On a recent episode of the Full Stack Radio podcast [2], Adam talked about his own upcoming Tailwind UI release and said that he hoped the utility class design of Tailwind would enable people to use the predesigned components as a starting point and easily customize them, should they desire.

[1]: https://www.tailwindui.com/ [2]: http://www.fullstackradio.com/123


I can't agree. Tailwind is against components like "card" in Bootstrap. We do not use any custom CSS to build our components, only classes from Tailwind CSS. :)


I am going to try it out ASAP. This might be really empowering for backed developers who want to ship stuff fast because of the ease of customising components in Tailwind.


One thing I don't understand is the lack of "subtemplates" for sale. I'm not sure if that would be a good name, but I would love to be able to buy a template pack that uses vanilla Bootstrap, Bulma or anything else, and with the building blocks, creates template pages for various use cases: pricing tables, admin dashboards, my account sections, cart, search results, etc.


Certificate error: https://tailwind.build - NET::ERR_CERT_AUTHORITY_INVALID

https://bootstrapshuffle.com and https://bulma.dev - Work fine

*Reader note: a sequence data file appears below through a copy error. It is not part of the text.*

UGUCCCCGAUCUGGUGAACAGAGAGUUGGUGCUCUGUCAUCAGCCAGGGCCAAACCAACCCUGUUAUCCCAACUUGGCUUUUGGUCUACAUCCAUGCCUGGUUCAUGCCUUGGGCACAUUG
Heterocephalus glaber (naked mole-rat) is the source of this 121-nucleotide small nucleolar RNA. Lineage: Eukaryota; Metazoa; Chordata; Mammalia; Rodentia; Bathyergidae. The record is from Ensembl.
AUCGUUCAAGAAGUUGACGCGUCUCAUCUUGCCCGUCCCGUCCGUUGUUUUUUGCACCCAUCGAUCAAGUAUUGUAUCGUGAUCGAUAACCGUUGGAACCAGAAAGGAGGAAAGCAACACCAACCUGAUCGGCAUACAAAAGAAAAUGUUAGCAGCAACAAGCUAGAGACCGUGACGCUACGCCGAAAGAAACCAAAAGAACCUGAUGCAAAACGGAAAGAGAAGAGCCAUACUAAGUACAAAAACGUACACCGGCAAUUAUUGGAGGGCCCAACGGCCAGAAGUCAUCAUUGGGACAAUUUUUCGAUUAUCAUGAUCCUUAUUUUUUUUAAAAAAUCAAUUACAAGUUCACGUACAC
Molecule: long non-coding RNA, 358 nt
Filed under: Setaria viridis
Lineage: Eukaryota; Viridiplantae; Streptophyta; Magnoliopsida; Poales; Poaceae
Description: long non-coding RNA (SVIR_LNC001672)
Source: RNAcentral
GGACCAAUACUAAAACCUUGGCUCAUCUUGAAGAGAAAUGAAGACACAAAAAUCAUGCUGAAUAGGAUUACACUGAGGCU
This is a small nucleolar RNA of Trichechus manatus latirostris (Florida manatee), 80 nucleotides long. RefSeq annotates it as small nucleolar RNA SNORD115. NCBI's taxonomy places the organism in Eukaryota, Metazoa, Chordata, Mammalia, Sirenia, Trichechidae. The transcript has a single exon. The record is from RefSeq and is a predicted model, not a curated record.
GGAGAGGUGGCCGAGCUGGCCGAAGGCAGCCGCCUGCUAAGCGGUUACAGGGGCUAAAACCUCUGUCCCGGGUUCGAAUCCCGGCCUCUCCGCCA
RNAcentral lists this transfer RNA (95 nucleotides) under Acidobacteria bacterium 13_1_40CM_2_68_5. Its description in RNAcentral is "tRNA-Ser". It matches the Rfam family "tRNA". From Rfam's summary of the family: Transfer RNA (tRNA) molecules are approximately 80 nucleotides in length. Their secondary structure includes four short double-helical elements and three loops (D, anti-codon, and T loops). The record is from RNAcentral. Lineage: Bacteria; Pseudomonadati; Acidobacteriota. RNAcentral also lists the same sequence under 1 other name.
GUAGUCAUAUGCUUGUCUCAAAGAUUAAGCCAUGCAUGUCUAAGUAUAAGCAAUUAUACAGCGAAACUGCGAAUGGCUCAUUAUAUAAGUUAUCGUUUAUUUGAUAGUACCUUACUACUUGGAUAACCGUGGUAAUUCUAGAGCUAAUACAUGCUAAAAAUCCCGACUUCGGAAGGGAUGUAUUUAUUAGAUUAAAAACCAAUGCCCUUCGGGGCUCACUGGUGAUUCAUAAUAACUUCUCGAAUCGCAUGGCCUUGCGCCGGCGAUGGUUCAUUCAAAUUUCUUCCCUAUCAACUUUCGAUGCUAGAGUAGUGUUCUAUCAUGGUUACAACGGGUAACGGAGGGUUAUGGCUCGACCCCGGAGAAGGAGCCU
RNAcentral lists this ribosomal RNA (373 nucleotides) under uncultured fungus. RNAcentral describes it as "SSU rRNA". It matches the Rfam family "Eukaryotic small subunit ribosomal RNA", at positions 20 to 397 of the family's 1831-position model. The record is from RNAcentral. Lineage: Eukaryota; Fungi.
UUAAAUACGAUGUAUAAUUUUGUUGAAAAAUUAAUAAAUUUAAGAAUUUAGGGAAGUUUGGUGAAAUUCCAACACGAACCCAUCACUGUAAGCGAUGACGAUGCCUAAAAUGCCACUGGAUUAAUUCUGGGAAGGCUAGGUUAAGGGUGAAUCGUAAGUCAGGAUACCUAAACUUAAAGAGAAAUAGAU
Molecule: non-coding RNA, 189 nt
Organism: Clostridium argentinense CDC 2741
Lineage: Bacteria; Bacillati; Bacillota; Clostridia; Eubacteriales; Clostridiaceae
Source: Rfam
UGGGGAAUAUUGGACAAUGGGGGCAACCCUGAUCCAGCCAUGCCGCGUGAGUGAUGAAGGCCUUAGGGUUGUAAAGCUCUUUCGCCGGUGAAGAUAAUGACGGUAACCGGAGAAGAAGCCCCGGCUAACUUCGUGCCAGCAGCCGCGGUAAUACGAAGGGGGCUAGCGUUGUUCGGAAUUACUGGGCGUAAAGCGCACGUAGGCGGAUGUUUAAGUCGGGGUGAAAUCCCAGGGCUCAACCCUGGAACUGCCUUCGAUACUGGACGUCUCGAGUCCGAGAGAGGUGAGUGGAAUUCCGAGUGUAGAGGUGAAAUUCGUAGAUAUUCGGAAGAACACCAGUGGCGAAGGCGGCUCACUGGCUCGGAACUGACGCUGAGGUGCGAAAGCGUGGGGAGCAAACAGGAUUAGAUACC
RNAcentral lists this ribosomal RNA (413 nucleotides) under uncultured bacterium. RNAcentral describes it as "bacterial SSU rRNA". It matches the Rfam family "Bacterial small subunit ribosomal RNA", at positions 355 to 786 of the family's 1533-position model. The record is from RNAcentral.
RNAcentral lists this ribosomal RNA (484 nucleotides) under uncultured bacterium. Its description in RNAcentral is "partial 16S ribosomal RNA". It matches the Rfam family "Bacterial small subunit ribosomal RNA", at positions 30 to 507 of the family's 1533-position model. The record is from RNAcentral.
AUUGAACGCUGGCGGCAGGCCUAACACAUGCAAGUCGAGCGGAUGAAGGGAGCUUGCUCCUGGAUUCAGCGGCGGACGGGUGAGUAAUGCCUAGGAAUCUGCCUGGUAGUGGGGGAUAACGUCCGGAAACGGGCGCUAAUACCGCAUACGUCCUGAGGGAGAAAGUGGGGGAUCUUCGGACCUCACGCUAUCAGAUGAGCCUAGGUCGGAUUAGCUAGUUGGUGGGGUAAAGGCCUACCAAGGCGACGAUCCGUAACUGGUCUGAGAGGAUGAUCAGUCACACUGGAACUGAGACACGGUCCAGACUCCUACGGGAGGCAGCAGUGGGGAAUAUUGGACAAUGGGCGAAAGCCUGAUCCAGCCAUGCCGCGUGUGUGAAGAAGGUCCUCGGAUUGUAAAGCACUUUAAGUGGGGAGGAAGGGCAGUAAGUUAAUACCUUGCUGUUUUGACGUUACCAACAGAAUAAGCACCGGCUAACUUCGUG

weird. In all three I'm using Cloudflare and their certificate


Ah man! No joke, I started to outline a project nearly identical to this over the weekend. Well done though!


Good luck with your project!


Looks good! Personally I'd like to have some more form templates (could only find the contact form).


This is excellent. You should make it easier to see what the underlying css looks like imo.


You can export your project :) All sources are included


The problem with this solutions IME is that now you start to fight the editor and wasting a lot time: https://imgur.com/a/Zt0M9DX


Fun, got the same issue. Clicking around & opening stuff makes it eventually disappear.


Looks nice,

- What are your plans to expand the amount of items?

- What do you think about the option to add your own build items, and maybe share them across users?


1/ I'll invest in content creation for sure. In addition, I'll try to find authors who will sell their works on my platform.

2/ My technology is not ready yet to support "any content" but that's the inevitable future.


Is it possible to add your own templates/components and pick them from the menu?


Unfortunately, not yet. Our technology is not ready to support "any content", but that's the inevitable future and our direction (custom components). (I copied my answer from Product Hunt, someone asked the same question a moment ago. Maybe you? ;))


Does it make a responsive design or do you have to do that yourself?